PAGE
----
bills and room and board costs skyrocketing, students and their families are
looking for creative ways to finance a college education. Unfortunately, many
families fall prey to scholarship and financial aid scams.
companies promise scholarships, grants or fantastic financial aid packages.
Many use high pressure sales pitches at seminars where you are required to pay
immediately or risk losing out on the “opportunity.”
companies make false guarantees that they can get scholarships on behalf of
students in exchange for an advance fee. It is a scam! Most offer a
“money back guarantee” – but attach conditions that make it impossible to get a
Scammers do not
provide anything for the student’s advance fee – not even a list of potential
sources. Still others tell students they have been selected as “finalists” for
awards that require an up-front fee.
these bogus companies ask for a student’s checking account information to “confirm
eligibility,” then debit the account without the student’s consent. Other
companies quote a small “monthly” or “weekly” fee and then ask for
authorization to debit your checking account – for an undetermined length of
claim they have programs that could make you eligible to receive financial aid,
including grants, loans, work-study and other types of aid. For a processing
fee, they will handle all the paperwork.
that the only application that will determine eligibility for all programs is
the Free Application for Federal Student Aid (FAFSA).
The Bureau of
Consumer Protection cautions students to look and listen for these tell-tale
scholarship is guaranteed or your money back.”
“You cannot get
this information anywhere else.”
“I just need
your credit card or bank account number to hold this scholarship.”
“We will do all
the work for you.”
scholarship will cost some money.”
“You have been
selected” by a “national foundation” to receive a scholarship.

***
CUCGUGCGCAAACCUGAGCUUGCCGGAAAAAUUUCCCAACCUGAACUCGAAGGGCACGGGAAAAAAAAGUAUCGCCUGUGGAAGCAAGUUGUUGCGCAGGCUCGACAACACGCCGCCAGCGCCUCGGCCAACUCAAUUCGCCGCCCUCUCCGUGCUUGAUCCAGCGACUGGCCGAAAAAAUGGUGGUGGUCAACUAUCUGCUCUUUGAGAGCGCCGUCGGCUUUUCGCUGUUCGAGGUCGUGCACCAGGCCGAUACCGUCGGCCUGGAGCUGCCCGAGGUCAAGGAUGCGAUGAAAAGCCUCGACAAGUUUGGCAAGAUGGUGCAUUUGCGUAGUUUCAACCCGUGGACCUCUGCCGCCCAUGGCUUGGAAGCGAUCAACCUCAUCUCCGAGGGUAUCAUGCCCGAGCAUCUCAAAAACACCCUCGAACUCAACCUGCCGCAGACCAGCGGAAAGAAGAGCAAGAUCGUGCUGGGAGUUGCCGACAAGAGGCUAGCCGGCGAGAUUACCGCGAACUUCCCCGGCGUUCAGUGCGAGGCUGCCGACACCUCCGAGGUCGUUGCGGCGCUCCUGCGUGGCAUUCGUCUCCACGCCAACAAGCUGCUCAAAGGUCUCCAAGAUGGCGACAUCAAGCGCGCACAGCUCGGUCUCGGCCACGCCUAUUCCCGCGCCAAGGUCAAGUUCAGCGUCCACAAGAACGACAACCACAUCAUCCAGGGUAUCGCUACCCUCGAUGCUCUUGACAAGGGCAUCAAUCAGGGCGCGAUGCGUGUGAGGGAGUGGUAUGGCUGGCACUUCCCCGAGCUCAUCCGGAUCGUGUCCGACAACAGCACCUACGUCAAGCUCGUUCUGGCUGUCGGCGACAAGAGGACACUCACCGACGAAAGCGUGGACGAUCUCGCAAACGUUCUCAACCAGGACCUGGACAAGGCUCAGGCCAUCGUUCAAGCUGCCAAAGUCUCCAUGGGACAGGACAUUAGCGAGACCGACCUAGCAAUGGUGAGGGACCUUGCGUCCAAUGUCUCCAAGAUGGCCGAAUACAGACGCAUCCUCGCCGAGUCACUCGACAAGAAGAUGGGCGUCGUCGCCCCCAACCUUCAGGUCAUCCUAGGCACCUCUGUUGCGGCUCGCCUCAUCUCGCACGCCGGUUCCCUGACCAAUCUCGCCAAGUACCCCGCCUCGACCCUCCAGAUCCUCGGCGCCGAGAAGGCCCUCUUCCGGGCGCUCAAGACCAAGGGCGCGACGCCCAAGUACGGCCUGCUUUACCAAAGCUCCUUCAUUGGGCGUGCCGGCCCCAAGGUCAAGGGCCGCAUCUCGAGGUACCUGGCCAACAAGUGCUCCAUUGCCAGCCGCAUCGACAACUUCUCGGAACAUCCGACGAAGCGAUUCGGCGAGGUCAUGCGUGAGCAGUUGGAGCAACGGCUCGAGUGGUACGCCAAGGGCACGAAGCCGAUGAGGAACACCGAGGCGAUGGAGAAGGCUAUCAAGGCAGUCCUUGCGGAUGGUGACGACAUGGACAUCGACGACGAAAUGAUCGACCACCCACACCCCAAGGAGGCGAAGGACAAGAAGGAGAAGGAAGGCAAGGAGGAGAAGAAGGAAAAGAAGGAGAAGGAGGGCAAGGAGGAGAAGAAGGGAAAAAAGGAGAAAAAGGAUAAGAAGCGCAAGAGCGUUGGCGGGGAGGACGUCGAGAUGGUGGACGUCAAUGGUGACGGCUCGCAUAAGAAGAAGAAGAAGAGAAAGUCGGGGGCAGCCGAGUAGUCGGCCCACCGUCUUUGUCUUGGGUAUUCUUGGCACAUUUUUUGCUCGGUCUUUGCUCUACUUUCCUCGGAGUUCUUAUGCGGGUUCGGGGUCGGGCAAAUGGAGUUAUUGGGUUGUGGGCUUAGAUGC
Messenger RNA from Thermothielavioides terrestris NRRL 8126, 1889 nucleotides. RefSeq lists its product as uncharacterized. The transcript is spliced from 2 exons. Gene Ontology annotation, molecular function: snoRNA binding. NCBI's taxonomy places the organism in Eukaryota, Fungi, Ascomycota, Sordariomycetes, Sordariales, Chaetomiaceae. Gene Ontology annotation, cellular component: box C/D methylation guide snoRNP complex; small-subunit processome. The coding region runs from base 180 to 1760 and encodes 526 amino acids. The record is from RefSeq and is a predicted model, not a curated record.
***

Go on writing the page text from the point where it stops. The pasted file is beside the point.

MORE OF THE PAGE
“You are a
finalist” in a contest you never entered.
If you attend a
seminar on financial aid or scholarships, follow these steps:
Take your time.
Do not be rushed into paying at the seminar. Avoid high-pressure sales pitches
that require you to buy now or risk losing out on the opportunity. Legitimate
opportunities are not sold through high pressure tactics.
organization you are considering paying for help. Talk to a guidance counselor
or financial aid advisor before spending your money. You may be able to get the
same help for free.
Be wary of
“success stories” or testimonials of success – the seminar operation may have
paid “shills” to give glowing stories. Instead, ask for a list of at least
three local families who have used the services in the last year. Contact those
families and ask if they are satisfied with the products and services received.
about purchasing from seminar representatives who are reluctant to answer
questions or who give evasive answers to your questions. Legitimate business
people are more than willing to give information about their service.
Ask how much
money is charged for the service, what services will be performed, and the
company’s refund policy. Get this information in writing. Keep in mind that you
may never recoup the money you give to an unscrupulous operator, despite stated
companies advertise that they can get students access to lists of scholarships
in exchange for an advance fee. Other legitimate services charge an advance fee
to compare a student’s profile with a database of scholarship opportunities and
provide a list of awards for which a student may qualify. There are also
scholarship search engines on the Internet.
companies never guarantee or promise scholarships or grants.
It is extremely
rare for legitimate organizations to charge a processing fee for a scholarship.
Some criminals imitate legitimate foundations, federal agencies, and
corporations. Do not be fooled by official-sounding names.
Do not give
anyone your bank account or credit card information or your Social Security
number (SSN) unless you are working directly with the Free Application for
Federal Student Aid (FAFSA). Giving personal identification information to
scammers could be used to steal your identity.
If you have any
questions, or require additional information on student financial assistance
school guidance counselor.
aid officer at the postsecondary institution you plan to attend.
Student Aid Information Center, toll-free at (800) 4-FED-AID [(800) 433-3243]
Department of Education – Federal Student Aid office offers a comprehensive
resource on student financial aid titled “Funding Your Education: The Guide to Federal Student Aid.”
tells you about the three major forms of aid programs available through them
(grants, loans, work-study) and how to apply. It can be found with additional
information at studentaid.ed.gov/sa
To apply for
federal aid and to apply for many state student aid programs, students must
complete a Free Application for Federal Student Aid (FAFSA). The FAFSA can be
completed online at fafsa.ed.gov
(Some information taken from the FTC fact sheet "Scholarship and Financial Aid Scams")